The official pushed back that the “civil war” perceived by some allies was stalling the White House’s trade agenda, the saying the evidence doesn’t back up the narrative.
“These strong orders on trade and these significant judgments being rendered from Commerce and significant penalties being assessed,” the official said, making note of Trump’s executive order calling for an investigation into steel imports, as well as the recent tariffs placed on Canadian softwood lumber. “It’s all been action, and it’s going to continue being that way.”
“That’s all stuff the president talked about during the campaign,” the official continued. “So I think, yeah, of course everyone wants to talk about palace intrigue and it works with what the rest of the press is saying about the White House. But I think, especially in terms of trade, if you look at what’s actually happening, it’s a pretty strong case that the president is following through on that promise.”
The administration official repeatedly pointed to the withdrawal from TPP as the administration’s biggest move on trade, when it pulled out of what was President Barack Obama’s landmark foreign-policy legacy item in the Pacific. It was a rallying cry during the campaign, thrilled many trade reform advocates, and infuriated many economists such as Branstetter, who called it a “huge mistake.”
“He followed through,” the official said. “So that’s obviously a big deal.”
The ‘Trumpian trade agenda seems to be evolving’
But early last month, Trump flipped on one of his biggest promises — to label China a currency manipulator on the first day of his presidency.
While the act of labelling China as a currency manipulator would have been far from definitive in and of itself, the idea Trump was leveraging trade relations to get China to help out on North Korea — a sign that Trump was softening his stance toward China overall — was scary to those who want to see Trump carry out his agenda.
From one end of the spectrum to the other, Trump went from promising to label the country a manipulator on his first day in office to telling the press that the country was no longer manipulating its currency.
“The Republicans and Democrats in our organisation that support Trump’s trade policies are growing concerned that the administration could, like the Obama administration, allow China to continue gutting the US middle class so long as they promise to help on certain foreign policy issues,” Michael Stumo, the CEO of Coalition for a Prosperous America, told Business Insider.
“The working-class voters who elected President Trump will not be satisfied with a claim that China is no longer manipulating,” he said.
Branstetter, who said it was surprising that Trump would pivot from the position after making so much noise about it, said it was indicative of the overall Trump platform, as there’s “no policy or person that he seems permanently wedded to.”
“It’s really a microcosm of how the whole Trumpian trade agenda seems to be evolving,” he said.
Wallach called the move “perhaps the most startling” of Trump’s early days in office.
“He admitted he was breaking his promise was the very basis on which he savagely attacked previous presidents, which was as a foreign policy trade off instead of trade outcomes,” she said.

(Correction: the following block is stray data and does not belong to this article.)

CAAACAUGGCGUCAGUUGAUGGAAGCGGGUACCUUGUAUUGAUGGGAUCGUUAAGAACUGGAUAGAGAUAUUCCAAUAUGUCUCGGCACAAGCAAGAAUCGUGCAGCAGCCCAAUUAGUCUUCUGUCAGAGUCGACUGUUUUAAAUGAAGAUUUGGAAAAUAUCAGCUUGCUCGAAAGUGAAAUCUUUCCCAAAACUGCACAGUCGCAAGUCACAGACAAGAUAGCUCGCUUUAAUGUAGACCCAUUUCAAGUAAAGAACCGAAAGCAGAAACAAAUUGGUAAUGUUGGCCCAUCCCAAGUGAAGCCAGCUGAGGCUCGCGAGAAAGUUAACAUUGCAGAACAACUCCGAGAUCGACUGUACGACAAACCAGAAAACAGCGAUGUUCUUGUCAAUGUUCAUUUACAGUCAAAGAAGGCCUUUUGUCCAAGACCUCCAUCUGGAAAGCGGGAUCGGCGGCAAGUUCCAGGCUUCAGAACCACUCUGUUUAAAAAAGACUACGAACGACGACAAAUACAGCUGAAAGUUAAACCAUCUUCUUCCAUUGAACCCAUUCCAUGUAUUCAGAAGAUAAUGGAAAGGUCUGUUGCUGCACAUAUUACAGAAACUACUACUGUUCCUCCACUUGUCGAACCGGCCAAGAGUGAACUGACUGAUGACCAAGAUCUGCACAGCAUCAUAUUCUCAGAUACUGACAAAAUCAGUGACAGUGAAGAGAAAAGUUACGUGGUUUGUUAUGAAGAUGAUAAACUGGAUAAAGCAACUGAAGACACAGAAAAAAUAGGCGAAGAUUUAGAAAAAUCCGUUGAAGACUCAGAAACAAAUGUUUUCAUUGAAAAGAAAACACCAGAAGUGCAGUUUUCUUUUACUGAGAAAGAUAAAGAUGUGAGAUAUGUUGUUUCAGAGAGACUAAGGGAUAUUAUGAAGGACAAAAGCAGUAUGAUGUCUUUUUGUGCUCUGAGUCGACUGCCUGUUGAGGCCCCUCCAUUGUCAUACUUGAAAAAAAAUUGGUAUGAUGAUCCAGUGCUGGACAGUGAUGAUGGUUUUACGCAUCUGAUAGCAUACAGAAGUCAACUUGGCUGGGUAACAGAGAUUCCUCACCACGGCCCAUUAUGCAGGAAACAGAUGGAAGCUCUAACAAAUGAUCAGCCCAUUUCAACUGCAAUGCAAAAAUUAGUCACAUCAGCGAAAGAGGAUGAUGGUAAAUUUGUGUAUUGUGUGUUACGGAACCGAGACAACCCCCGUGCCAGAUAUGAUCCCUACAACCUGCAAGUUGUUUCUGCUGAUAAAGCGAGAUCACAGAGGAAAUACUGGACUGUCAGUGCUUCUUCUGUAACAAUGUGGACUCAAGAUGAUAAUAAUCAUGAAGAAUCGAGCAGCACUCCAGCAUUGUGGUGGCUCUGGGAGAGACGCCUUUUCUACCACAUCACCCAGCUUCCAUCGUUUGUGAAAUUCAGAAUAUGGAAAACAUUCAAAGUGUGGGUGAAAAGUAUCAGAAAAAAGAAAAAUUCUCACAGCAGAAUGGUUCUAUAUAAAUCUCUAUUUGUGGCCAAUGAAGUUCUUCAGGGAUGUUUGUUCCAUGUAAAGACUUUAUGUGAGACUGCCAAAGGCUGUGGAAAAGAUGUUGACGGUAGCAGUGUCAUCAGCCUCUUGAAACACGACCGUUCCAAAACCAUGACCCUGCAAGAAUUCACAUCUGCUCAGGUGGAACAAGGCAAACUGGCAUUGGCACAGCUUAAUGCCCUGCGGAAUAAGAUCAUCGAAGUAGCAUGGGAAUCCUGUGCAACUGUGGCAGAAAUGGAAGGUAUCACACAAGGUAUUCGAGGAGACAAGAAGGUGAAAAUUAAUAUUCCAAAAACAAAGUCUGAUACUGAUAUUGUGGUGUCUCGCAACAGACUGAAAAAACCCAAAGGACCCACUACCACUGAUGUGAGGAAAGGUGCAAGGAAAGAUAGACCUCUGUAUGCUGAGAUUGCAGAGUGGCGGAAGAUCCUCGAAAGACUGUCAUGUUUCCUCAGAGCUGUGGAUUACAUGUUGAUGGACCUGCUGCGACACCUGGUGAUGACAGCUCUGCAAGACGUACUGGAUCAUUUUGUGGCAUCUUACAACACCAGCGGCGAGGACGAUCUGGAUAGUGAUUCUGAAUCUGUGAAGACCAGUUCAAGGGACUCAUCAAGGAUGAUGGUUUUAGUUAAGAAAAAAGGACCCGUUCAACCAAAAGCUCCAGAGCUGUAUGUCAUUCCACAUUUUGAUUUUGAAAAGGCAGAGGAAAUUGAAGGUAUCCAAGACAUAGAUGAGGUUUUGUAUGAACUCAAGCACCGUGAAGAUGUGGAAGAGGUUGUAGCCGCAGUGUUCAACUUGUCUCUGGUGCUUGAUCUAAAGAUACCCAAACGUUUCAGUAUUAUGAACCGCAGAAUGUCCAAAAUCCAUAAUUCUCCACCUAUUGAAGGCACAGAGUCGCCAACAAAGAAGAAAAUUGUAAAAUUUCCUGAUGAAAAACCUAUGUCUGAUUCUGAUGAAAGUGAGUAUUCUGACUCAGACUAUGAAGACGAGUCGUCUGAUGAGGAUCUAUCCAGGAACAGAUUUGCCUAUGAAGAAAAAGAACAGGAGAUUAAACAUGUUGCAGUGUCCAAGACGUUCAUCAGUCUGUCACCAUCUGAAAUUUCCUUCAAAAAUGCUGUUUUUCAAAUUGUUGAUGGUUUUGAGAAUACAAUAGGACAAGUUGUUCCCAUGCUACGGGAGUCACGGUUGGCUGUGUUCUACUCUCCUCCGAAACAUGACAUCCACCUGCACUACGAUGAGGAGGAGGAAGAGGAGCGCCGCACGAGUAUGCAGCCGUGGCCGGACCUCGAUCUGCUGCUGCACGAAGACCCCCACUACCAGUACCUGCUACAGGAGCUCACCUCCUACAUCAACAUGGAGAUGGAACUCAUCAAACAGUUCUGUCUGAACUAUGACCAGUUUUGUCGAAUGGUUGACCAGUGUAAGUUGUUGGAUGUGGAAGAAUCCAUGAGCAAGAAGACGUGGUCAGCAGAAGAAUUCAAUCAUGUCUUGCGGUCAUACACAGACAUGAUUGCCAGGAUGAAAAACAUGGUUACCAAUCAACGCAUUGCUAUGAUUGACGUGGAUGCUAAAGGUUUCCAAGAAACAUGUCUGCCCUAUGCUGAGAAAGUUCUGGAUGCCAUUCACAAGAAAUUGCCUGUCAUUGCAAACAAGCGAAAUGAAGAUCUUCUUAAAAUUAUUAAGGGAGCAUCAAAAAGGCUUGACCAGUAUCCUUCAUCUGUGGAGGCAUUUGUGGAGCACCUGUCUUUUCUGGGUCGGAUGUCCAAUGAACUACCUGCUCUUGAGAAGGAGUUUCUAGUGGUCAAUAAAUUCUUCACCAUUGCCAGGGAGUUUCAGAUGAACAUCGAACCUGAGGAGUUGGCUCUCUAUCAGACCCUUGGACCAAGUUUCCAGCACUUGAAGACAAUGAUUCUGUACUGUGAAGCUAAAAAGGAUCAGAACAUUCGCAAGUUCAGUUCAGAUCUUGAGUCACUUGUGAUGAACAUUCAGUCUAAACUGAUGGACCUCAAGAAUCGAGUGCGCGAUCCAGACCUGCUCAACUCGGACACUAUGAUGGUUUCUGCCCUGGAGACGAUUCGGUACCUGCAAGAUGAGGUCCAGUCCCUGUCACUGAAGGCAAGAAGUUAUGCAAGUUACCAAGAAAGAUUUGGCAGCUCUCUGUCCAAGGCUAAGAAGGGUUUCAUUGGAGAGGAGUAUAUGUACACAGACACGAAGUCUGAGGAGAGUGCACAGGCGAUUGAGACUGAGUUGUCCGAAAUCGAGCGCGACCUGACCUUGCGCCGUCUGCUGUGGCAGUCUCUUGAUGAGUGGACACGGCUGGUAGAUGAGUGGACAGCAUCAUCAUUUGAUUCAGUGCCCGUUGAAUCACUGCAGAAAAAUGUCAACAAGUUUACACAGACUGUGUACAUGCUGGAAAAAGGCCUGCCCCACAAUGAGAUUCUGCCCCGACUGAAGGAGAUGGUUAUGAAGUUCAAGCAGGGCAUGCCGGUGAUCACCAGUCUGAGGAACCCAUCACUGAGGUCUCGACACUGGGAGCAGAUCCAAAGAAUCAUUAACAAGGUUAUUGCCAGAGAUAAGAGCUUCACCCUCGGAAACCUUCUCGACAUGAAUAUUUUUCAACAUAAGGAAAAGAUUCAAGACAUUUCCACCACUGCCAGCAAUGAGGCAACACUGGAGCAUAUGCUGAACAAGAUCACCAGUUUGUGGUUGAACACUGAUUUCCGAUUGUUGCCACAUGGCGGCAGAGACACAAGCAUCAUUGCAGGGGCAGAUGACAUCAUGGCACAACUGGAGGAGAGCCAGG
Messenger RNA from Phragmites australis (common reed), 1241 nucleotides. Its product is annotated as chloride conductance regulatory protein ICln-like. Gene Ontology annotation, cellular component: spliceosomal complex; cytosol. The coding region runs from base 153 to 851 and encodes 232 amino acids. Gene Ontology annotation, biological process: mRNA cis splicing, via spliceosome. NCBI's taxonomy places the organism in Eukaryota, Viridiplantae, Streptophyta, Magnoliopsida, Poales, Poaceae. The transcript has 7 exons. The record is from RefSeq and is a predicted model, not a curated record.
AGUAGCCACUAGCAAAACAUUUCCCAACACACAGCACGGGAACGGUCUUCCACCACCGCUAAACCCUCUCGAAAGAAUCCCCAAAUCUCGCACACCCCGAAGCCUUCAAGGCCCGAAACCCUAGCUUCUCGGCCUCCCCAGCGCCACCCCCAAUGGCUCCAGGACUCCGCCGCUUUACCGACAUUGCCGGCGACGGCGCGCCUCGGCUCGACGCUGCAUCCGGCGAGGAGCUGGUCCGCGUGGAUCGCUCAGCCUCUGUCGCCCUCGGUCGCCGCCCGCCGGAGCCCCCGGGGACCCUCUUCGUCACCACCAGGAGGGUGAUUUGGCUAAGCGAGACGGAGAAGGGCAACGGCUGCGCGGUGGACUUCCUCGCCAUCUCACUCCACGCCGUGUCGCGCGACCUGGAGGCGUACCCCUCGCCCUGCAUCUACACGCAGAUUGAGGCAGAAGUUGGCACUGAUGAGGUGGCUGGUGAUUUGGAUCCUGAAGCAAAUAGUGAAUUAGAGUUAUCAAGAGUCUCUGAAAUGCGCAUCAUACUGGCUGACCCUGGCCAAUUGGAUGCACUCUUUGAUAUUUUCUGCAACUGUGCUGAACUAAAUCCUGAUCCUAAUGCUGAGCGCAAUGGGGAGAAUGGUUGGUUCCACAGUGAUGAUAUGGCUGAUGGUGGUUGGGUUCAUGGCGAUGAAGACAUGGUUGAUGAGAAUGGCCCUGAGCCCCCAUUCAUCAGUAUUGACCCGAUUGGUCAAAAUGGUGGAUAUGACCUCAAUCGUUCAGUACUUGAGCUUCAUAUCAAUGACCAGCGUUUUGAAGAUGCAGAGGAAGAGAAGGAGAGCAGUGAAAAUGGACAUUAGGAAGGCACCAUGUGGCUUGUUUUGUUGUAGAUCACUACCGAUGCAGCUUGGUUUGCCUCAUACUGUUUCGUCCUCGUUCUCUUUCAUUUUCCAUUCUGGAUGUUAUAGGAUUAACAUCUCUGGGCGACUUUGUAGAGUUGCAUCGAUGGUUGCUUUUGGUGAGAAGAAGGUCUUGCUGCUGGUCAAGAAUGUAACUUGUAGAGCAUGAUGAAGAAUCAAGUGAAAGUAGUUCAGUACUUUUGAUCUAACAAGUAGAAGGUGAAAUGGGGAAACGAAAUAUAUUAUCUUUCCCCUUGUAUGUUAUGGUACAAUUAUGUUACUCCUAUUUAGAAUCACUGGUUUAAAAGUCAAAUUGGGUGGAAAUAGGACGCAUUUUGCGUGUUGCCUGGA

Wallach pointed to another one of Trump’s early trade moves — his “Buy American, Hire American” executive order — as a piece that helps illuminate the administration’s playing-both-sides approach to the trade debate.
While she called the order an “important, useful first step,” her organisation recently published a report that found Trump’s White House is continuing to provide government contracts to companies that continue to offshore jobs. According to the report, that includes United Technologies, the company Trump visited after helping to keep several hundred Carrier jobs in Indiana.
Stumo, who expressed approval and appreciation for many of Trump’s early executive orders, said it’s still too early to make a real determination of Trump’s record on trade. He called it “a mix.”
“I don’t know that it’s violated our expectations or met them,” he said.
But he did not mince words when discussing what has let him down: the presence of Cohn.
“We are disappointed that Trump brought in the Goldman Sachs faction,” he said. “The globalist faction. That’s worrisome on the National Economic Council, including past folks who negotiated the TPP. That’s probably the biggest disappointment. Plants seeds for the same old Clinton, Bush, Obama trade policy if they get their way.”
Branstetter, who sees many of the executive orders and enforcement measures taken by the administration as “nickel and dime stuff,” pointed to what he believes is the shrinking influence of Bannon, countered with Cohn’s growing profile, as “quite reassuring to many” opponents of the Trump campaign trade agenda.
He called Cohn the seemingly “most pro-trade and pro-globalization” member of the administration.
“We thought we were on the brink of something quite apocalyptic,” he said. “And they have taken several steps back now from the precipice.”
While some in the administration have been successful in convincing Trump that the antithesis of his trade agenda is, on occasion, the “winning” side to pick, Wallach offered a plea to see the bigger picture.
“On this, he will personally be a loser if he does not deliver to his voters who brought him to Washington,” she said. “The balance of short-term gratification and long-term winning status is playing out.”